4th March – 25th May 2020
Standard Ticket - £16
Concessions - £15
Tate Collective - £5
John Keats died of tuberculosis in 1821, at the age of 25. Aestheticized in the early nineteenth-century as a symbol of passion, spirituality and creativity, it seems fitting that decades later another tragically gifted artist would perish from the same disease at the same age. Aubrey Beardsley cultivated the connection, aestheticizing his life so that the horrific reality of suffering was overlooked for the beauty of artists doomed to die young. The rich tapestry of nineteenth-century art was Beardsley’s immediate context. Working with Pre-Raphaelitism (inspired, in part, by the legacy of Keats), Aestheticism (inspired, in part, by the legacy of the Pre-Raphaelites), Decadence, French Symbolisme, Impressionism, and more, it is little wonder that he produced more than 1,000 prints in his short lifetime. Beardsley knew he wouldn’t live a long life, and in the words of Arthur Symons, a contemporary and fellow contributor to the infamous Yellow Book (1894-1897), Beardsley had ‘the fatal speed of those who are to die young and the absorption of a lifetime in an hour’.
Aubrey Beardsley, The Climax 1893 (published 1907). Stephen Calloway. Image courtesy of Tate.
Far from being ‘half in love with easeful death’, Beardsley was very connected to the lively. This is most noticeable in the third room, described by the curator Caroline Corbeau-Parsons as ‘the heart of decadence’, which showcases Beardsley’s illustrations for Oscar Wilde’s Salome (1891). These prints are intensely erotic and gruesome. John the Baptist’s head, severed, in most of the prints, from his body, has a long train of blood falling from it, which forms an elegant ribbon. Beautiful and disturbing symbols of this nature permeate all of Beardsley’s drawings, enhanced perhaps by his choice of medium: ink on paper. This new exhibition is important as it allows materials which have so far been neglected by traditional art history (with its emphasis on painting) to be given proper consideration.
Aubrey Beardsley, The Black Cape 1893. Princeton University Library. Image courtesy of Tate.
Beardsley’s particular medium allows for the subtlety and beauty of his ideas to become manifest in practical ways. His art was featured prominently in The Yellow Book and, later, The Savoy (1896), two of the most important ‘little magazines’ of the 1890s, and publications which can be seen as precursors to early twentieth-century modernist counterparts such as The Little Review (1914-1929) or BLAST (1914-1915). The silhouetted, erotic and grotesque figures which Beardsley presents seem to presage the way that modernism ‘makes no compromise with the public taste’. Indeed, like many avant-garde modernists, Beardsley straddles the divide between high art and popular culture. One room contains what is essentially pornography: Beardsley’s illustrations for Aristophanes’ Lysistrata. The Ancient Greek play is rife with sexual innuendo which Beardsley makes explicit. It was his final work, published by Leonard Smithers in 1896, who was the only person willing to publish the obscene prints after Oscar Wilde’s trial for gross indecency in 1895.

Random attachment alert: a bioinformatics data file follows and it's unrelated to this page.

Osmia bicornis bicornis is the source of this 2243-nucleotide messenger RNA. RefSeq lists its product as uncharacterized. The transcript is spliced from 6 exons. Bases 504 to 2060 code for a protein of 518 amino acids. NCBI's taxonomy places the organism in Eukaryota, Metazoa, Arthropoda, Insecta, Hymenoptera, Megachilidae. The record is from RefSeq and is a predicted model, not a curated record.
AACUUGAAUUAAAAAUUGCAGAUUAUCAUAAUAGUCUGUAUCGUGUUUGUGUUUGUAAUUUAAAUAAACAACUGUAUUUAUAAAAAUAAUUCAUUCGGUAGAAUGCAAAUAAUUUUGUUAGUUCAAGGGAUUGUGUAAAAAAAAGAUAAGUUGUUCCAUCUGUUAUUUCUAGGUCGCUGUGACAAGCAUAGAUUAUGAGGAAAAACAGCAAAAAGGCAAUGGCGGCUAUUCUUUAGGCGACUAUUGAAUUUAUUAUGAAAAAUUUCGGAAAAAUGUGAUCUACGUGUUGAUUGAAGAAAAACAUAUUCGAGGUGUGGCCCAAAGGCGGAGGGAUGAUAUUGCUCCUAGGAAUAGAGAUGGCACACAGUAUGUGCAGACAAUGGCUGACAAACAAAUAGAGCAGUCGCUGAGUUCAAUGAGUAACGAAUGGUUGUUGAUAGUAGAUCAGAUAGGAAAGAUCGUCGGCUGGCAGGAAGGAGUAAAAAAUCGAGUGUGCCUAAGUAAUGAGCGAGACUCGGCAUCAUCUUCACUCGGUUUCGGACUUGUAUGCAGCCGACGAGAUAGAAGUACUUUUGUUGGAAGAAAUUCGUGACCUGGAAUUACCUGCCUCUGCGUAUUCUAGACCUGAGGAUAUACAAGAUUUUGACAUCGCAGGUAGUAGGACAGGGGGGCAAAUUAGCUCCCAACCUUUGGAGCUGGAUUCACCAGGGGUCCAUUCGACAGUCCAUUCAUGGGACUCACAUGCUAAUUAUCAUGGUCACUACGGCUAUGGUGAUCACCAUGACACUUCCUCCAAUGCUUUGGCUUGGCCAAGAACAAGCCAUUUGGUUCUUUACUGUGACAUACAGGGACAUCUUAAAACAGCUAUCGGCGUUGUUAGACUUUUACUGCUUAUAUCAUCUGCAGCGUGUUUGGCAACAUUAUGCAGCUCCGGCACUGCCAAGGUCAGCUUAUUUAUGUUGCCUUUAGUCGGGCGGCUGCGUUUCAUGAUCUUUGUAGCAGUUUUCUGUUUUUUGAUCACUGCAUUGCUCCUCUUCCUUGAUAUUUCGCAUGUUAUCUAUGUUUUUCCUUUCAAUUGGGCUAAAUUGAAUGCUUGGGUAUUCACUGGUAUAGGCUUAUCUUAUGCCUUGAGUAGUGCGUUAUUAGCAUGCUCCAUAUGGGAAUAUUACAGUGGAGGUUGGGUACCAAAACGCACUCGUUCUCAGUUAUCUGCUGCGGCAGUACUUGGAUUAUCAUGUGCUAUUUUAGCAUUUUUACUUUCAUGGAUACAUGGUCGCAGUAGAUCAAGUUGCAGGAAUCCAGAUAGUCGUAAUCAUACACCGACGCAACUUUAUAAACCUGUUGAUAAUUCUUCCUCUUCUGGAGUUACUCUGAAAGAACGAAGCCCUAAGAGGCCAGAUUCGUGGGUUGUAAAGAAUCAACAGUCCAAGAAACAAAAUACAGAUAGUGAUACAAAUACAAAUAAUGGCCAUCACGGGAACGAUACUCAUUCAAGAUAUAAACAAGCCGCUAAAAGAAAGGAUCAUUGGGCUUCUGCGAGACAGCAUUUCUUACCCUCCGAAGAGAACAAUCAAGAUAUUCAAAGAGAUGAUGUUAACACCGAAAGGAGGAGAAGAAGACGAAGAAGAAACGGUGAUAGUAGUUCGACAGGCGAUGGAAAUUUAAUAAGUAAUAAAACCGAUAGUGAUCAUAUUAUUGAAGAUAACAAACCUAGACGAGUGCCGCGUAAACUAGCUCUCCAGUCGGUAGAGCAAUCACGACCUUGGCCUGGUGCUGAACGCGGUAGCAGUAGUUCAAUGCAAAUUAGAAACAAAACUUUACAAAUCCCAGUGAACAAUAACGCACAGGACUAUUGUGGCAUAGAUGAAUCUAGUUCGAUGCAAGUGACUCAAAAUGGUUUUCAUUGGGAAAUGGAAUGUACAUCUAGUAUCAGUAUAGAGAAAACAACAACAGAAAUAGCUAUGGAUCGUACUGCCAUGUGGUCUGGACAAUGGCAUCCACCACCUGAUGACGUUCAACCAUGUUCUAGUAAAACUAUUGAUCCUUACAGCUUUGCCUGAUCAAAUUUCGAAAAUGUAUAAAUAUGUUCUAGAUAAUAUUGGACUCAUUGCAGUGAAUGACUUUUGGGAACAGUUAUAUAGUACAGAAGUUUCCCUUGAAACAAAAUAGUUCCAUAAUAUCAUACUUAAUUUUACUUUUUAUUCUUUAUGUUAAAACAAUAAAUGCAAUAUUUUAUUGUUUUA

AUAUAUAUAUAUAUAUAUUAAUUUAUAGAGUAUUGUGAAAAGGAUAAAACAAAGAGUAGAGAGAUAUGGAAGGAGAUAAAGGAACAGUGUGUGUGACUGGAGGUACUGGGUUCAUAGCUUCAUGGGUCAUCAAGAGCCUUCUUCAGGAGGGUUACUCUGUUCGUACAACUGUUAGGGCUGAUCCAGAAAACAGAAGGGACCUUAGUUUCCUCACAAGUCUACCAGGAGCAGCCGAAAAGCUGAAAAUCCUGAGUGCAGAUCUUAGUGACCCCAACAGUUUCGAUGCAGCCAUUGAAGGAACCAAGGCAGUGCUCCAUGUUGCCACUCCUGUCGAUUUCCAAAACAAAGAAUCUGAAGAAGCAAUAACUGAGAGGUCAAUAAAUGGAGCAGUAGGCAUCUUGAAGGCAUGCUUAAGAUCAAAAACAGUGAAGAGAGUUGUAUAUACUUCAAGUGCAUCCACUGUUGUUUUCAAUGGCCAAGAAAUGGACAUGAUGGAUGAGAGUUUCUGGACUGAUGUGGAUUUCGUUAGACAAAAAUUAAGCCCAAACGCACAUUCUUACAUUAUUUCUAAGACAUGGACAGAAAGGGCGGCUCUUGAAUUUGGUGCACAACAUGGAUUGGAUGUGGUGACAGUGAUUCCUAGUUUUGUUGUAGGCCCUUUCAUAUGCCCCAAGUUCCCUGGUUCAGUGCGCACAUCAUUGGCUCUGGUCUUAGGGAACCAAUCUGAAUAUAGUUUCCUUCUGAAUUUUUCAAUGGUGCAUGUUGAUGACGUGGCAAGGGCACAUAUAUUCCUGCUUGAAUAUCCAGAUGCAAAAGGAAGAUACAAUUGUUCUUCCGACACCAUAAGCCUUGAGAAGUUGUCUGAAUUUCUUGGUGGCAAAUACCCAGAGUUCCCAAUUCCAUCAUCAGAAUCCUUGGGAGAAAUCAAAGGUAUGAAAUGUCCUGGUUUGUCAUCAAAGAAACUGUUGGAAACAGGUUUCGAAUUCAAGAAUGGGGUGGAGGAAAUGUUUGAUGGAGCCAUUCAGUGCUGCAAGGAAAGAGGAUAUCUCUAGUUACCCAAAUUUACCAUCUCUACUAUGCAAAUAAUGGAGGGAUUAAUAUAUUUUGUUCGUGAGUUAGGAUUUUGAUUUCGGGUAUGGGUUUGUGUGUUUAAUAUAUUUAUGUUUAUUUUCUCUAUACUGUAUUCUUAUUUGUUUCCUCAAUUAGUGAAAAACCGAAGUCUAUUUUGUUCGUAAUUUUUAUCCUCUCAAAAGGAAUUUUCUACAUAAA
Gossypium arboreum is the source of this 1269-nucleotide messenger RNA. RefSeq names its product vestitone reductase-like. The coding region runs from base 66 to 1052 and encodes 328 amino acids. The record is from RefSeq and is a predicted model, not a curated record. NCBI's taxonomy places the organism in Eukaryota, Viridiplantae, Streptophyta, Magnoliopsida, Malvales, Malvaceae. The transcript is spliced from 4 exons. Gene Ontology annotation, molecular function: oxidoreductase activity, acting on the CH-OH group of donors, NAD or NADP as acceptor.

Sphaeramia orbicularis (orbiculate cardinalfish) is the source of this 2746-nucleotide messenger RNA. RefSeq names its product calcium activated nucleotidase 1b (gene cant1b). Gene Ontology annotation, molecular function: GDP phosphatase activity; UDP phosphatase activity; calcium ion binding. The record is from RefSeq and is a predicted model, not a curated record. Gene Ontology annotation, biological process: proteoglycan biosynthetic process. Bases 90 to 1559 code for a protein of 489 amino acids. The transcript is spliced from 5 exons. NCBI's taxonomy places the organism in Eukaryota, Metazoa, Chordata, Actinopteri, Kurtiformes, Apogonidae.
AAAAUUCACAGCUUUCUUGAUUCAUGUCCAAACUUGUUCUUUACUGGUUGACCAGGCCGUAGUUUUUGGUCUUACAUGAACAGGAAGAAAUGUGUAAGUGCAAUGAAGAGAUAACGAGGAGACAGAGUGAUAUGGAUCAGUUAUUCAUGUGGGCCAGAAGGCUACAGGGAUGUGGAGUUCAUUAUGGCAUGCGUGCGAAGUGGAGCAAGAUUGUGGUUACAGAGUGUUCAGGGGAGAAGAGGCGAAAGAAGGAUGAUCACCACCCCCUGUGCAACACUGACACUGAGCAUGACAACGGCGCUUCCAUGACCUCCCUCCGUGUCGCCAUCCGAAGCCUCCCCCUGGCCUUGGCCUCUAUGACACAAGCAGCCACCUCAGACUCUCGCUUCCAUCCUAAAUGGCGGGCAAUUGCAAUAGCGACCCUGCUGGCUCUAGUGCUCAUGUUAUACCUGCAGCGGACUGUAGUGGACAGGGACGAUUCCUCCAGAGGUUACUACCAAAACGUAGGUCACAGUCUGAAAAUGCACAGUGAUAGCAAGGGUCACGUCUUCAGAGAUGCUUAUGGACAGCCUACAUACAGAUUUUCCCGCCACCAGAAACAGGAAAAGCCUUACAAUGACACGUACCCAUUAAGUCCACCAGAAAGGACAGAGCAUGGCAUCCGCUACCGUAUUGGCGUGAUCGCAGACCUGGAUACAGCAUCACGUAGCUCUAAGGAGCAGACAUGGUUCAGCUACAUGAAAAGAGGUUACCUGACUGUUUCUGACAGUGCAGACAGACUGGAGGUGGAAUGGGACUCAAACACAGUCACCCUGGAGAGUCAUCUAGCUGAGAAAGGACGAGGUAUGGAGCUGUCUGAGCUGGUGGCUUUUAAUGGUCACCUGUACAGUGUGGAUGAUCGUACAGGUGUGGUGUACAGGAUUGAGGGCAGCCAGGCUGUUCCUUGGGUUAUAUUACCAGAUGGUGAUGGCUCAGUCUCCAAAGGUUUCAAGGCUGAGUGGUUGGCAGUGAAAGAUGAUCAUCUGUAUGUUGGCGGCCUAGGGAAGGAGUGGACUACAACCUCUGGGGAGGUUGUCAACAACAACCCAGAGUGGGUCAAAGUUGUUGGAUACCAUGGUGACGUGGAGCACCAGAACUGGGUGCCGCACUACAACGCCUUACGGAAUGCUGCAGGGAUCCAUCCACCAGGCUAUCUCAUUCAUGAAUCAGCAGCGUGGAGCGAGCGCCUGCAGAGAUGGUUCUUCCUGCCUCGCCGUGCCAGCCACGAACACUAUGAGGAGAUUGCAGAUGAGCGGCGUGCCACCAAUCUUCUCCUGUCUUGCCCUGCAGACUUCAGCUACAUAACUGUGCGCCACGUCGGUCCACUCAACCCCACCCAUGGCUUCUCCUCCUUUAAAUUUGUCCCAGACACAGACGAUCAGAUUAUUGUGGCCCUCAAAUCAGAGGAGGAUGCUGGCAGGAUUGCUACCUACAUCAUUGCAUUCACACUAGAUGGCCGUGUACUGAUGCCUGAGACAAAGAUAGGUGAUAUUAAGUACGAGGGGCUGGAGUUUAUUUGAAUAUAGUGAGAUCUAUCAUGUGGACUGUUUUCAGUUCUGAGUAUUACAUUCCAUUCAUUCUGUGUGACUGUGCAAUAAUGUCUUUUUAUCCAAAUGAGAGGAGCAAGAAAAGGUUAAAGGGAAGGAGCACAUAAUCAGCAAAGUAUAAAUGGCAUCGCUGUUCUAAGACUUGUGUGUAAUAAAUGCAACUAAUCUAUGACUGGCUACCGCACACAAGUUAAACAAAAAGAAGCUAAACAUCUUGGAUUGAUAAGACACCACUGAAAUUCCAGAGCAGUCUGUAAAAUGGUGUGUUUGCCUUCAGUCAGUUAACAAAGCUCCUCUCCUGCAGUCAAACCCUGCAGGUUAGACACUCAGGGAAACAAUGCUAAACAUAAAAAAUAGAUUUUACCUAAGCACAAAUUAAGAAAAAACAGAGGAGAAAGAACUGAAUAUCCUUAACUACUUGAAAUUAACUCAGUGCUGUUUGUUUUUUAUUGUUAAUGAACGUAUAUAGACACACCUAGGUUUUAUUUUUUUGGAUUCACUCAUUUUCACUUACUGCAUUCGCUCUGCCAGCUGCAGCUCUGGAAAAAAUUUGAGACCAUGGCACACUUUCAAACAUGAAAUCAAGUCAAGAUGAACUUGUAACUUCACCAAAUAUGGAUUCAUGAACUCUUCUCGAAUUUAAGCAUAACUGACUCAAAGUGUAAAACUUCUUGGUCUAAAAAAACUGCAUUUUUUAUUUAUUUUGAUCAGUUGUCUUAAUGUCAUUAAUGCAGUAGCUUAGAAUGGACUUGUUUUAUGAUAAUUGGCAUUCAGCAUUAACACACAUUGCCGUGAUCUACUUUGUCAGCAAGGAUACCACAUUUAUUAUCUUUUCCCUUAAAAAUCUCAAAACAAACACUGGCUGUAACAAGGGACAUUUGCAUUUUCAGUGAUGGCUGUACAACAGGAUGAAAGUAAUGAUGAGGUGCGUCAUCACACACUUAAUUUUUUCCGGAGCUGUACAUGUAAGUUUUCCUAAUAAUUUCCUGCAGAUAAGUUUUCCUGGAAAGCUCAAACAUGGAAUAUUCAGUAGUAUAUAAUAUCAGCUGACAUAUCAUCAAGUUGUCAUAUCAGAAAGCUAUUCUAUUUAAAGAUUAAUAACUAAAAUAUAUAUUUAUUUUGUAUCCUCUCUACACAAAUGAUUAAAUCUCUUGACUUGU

Despite the wealth of intrigue in Beardsley’s art, I nevertheless felt that the exhibition lacked ambition. Many references were made to Beardsley’s inspirations –the posters of Toulouse-Lautrec for example, which were dotted around Paris at the fin de siècle – but there was no exploration of Beardsley’s experiences in Paris. The exhibition made much of his Japanese style, but would have benefited from showing some of the actual Ukiyo-e designs that dominated Japanese art between the seventeenth and nineteenth centuries and which Beardsley was inspired by. The style typically depicted a hedonistic lifestyle not dissimilar to fin de siècle decadence, though interestingly the method was in steep decline in Japan after 1868. These contextual details were for the most part missing. Where we got them – such as William Morris’s Kelmscott Press edition of the Morte D’Arthur alongside Beardsleys – they provided a useful context for Beardsley’s work.
Aubrey Beardsley, The Cave of Spleen (Illustration to Alexander Pope's The Rape of the Lock) 1896. Museum of Fine Arts, Boston. William Sturgis Bigelow Collection. Image courtesy of Tate.
In many ways, this exhibition is long overdue. The last single artist exhibition of Beardsley’s work was 1966, at the V&A, and prompted what Tate Britain has called the ‘Beardsley Revival’. Inspiring psychedelic design, it is evident that Beardsley resonated with a new radical avant-garde. If Beardsley last had “a moment” in the radical atmosphere of the 1960s, perhaps this exhibition will inspire a new generation of artists.